That second half certainly is better, not least in one good scene between Burke and Warren Brown as the crass action-man football coach Kent , who despises books and is horrified at the ambitious Greg’s decision to get a job in New York “Fuck! Why would you ever go there? Dude, people try to blow it up for a reason!”. The old friends, one moving up the social ladder away from the other, communicate best in the end with escalatingly violent punches on the shoulder, the last language they share. But Greg must face the final showdown with the two women, and contemplate the possibility of actually growing up.



All in all, though, it isn’t a patch on the first play. We are promised a third in the trilogy – “Reasons to be pretty happy” in which they all meet again at a High School reunion.

Box office: 020-7722 9301 to 23 April
rating three    3 Meece Rating

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Well, you’ll never see our Kenneth Branagh more exuberantly violent, nor tumbling into more compromising positions; nor so crazedly drugged, veering from a bout of the  ketamine-staggers to full amphetamine mania with a loaded Heckler and Koch automatic in a hotel bedroom . Or having his neat arse twice injected through his Gents navy s trouserings,  as worn by high-class hitmen when prone concussed on beanbags. .   Nor will you observe many more engaging examples of an infuriated road to bromance than this: Branagh and Brydon, a masterclass in aggressive contrast.  There were moments when I quite wanted to dislike this boys’ own lark, but I never managed it, so power to them both.
For its been a hot week for slightly black–hearted French maitres de farce on the London stage. Yesterday the Menier unveiled the Hampton translation of Florian Zeller’s peerless, subtle four- handed intrigue THE TRUTH, and tonight we got this:  Sean Foley’s version, reset in modern London and directed by himself, of the 1969 Le Contrat by Francis Veber. In adjoining hotel bedrooms, complete with a nicely camp porter (Mark Hadfield) we have our heroes.  Rob Brydon is the suicidal smalltime Welsh photographer , planning to hang himself because his wife has gone off with her psychiatrist. Beyond the handy connecting door Branagh is the suave determined hitman, preparing for his final job manning the window sniper-style and wiping out a gangster on his way to trial .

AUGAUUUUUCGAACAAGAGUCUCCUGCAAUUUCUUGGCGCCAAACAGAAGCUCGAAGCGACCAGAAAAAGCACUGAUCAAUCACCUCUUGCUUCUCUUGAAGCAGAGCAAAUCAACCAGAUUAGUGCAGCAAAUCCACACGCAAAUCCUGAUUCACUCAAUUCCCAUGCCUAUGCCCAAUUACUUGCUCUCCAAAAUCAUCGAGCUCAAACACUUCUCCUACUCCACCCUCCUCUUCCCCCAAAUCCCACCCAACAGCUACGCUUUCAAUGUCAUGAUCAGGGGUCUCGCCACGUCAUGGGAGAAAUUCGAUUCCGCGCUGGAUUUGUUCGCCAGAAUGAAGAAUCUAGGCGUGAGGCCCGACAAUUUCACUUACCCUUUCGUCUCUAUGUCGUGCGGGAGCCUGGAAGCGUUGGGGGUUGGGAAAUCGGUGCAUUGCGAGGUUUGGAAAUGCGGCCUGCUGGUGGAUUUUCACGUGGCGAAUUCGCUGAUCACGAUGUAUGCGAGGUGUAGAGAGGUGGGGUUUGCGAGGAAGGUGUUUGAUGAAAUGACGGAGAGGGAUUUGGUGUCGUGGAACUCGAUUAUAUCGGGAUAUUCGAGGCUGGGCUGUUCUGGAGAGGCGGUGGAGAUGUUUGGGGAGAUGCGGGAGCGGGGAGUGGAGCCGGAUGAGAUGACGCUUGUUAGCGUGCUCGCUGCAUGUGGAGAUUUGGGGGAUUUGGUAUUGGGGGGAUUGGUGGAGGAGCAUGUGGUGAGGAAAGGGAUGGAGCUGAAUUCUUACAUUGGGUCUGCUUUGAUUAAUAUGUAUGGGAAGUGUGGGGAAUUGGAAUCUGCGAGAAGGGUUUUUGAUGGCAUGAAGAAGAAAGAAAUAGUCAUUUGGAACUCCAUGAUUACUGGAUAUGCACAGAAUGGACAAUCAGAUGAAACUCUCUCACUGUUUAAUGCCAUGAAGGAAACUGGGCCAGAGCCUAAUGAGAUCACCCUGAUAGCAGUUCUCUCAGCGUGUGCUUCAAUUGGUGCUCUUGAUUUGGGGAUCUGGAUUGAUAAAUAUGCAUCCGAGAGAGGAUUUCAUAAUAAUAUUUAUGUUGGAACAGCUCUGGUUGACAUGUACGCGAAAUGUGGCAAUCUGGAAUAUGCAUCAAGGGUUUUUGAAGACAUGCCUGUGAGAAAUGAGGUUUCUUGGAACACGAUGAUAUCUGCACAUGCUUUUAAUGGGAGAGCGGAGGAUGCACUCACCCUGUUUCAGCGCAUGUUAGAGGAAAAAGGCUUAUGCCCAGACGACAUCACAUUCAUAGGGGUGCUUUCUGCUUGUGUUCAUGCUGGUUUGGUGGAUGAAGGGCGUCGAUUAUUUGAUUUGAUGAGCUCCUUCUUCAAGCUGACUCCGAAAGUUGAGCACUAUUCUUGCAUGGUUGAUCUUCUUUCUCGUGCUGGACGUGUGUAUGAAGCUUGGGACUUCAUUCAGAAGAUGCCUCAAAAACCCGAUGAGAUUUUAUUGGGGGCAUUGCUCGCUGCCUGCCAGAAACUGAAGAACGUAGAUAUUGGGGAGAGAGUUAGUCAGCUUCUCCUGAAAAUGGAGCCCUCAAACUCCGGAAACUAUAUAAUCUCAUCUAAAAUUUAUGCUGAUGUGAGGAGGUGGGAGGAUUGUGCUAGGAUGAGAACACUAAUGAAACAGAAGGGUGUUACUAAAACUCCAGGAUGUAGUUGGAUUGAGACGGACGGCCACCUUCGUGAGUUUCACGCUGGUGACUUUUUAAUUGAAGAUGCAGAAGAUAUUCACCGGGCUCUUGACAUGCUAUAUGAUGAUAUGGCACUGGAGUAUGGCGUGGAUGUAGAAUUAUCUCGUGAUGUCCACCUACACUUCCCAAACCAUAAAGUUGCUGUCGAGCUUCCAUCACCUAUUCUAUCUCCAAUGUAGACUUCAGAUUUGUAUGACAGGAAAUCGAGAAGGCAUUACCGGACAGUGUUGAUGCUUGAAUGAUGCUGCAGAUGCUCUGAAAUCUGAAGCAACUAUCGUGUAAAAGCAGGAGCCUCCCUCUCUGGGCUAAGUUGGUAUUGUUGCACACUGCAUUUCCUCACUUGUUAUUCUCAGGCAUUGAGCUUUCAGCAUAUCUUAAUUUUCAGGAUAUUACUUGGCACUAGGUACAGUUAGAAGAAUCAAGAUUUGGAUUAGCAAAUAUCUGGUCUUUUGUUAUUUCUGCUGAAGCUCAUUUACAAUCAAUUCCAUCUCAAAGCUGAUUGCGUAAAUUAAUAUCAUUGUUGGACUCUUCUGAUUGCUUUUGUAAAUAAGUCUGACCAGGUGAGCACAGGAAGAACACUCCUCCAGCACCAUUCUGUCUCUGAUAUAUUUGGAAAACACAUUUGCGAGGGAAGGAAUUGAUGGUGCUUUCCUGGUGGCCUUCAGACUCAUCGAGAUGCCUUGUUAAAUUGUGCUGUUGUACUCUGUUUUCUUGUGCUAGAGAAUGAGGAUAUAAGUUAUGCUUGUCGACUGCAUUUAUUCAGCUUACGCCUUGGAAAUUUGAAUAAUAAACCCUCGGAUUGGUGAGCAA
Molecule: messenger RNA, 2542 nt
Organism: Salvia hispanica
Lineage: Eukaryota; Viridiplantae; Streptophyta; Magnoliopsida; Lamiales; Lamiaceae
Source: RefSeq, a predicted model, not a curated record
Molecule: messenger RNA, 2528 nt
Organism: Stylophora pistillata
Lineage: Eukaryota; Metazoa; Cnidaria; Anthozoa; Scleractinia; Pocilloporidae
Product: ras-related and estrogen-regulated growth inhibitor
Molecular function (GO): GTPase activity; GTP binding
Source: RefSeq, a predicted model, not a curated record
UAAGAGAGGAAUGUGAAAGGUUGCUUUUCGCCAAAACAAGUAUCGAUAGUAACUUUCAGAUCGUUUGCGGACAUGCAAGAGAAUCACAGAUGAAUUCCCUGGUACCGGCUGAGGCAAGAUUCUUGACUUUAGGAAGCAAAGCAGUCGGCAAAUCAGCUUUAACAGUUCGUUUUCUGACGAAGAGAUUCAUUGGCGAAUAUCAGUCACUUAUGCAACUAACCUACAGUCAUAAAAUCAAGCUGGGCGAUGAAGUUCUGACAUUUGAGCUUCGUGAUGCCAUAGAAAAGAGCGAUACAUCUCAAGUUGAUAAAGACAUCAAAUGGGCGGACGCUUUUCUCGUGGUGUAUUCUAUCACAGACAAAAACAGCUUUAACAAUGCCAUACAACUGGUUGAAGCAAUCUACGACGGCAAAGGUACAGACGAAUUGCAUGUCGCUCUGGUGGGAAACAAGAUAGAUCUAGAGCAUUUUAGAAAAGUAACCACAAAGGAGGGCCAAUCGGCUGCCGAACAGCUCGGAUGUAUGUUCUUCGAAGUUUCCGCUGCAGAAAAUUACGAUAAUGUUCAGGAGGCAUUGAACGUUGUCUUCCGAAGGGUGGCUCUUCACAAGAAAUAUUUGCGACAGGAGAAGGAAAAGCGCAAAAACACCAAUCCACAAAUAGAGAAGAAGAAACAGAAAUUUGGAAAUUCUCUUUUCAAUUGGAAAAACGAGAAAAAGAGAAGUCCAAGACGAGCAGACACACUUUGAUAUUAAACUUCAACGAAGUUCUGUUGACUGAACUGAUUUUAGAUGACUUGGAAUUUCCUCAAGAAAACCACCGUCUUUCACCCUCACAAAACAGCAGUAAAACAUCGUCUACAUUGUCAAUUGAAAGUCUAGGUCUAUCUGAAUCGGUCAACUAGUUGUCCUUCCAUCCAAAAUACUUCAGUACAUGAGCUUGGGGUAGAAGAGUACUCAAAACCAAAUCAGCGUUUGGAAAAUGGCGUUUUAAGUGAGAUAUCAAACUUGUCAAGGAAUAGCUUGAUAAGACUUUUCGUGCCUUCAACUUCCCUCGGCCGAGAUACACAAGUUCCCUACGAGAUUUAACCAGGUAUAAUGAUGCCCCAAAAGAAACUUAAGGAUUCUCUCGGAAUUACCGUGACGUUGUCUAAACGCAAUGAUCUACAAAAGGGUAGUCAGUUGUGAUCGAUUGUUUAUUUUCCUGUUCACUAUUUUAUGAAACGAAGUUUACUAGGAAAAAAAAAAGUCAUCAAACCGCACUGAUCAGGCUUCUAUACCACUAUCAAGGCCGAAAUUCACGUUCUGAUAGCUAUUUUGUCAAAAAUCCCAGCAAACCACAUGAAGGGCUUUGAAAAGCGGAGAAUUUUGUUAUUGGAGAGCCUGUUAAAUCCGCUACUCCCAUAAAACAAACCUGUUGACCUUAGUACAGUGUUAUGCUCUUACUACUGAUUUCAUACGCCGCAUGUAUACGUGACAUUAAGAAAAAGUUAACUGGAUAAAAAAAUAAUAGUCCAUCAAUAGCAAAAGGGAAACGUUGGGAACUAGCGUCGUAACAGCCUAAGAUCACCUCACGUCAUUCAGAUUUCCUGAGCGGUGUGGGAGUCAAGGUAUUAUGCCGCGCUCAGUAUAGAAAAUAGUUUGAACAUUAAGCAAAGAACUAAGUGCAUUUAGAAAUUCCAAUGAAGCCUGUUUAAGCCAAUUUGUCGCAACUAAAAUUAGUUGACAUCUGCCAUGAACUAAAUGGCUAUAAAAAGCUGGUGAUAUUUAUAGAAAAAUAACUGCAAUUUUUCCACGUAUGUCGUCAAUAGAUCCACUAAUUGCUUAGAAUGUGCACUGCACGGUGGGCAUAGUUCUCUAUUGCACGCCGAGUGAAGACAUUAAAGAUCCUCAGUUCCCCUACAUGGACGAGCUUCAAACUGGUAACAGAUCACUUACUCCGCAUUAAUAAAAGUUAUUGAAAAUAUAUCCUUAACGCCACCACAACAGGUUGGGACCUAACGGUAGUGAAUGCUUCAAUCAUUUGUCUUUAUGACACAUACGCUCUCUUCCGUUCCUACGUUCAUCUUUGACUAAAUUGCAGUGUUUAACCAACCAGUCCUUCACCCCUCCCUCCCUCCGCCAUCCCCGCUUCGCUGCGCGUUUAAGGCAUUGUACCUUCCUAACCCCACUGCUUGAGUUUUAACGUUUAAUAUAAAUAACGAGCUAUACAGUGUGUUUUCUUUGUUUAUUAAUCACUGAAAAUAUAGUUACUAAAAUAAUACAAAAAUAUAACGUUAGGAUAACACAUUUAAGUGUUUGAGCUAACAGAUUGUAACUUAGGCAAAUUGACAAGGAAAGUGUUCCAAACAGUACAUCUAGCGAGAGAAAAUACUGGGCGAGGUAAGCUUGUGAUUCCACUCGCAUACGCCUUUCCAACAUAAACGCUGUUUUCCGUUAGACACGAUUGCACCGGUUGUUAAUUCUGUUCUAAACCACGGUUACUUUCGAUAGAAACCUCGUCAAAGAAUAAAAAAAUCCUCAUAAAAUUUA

Only of course the shutter keeps sticking, and the porter enrols him to look after Brydon’s hopeless Welshman after his rope brings the ceiling down. The killer concurs because time is running out and he can always garotte the pest, only it is interrupted and he has to pretend its a shoulder-rub. And all the while Brydon remains innocent, needy , grateful and garrulous.  Indeed for the first half of this neat 90 minutes it is Brydon’s performance which  holds it together: observes the old comedy rule , he takes poor Dudley absolutely seriously: living every despair, need , and moment of sunny vapidity.   Branagh  – before the no-spoilers drug incident – plays against him with earnest irritated solidity, and it is splendid.

But then we get a wildly improbable psychiatrist , the disputed wife (Claudie Blakley) , a series of embarrassing apparent gay sexual tableaux to affront and excite the porter, some courageous underpant acting and nifty basic door-work, and that essential farce moment when you think, “hang on, is there or is there not still a concussed police officer in that wardrobe?”

After the ice -cool naturalist messing-with-your- head of yesterday’s five-mouse Zeller,  this is all more familiar turf: but it is a good notch or two up from the – now slightly tired – world of traditional Whitehall or Feydeau sex farces.  As a refreshing sorbet in this serious – and sometime thrilling – Branagh season, it is ideal. Respect to it, skimpy underpants and all.   I got so fond of the duo in the last scene that I really hope they don’t hurt themselves on all those doors.


box office 0330 333 4811 to 30 April
rating four 4 Meece Rating

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Its’ a while since so many shrieks, barks and snorts of laughter shook the seats around me: don’t take your drink in, you’ll risk doing the nose trick in the first two minutes. It may be, given a particularly fine depiction of alpha- male pride and panic by Alexander Hanson, that a bit more of the laughter was – ahem! – female. But there were definite guffaws , sheepish or vengeful recognition from the blokes too.  For this is a punch-in-the-guts, cruelly affectionate,  whip-smart ninety-minute treat.   Seasoned comedy director Lindsay Posner, fresh from the considerably less brilliant The End of Longing, must have thought all his birthdays had come.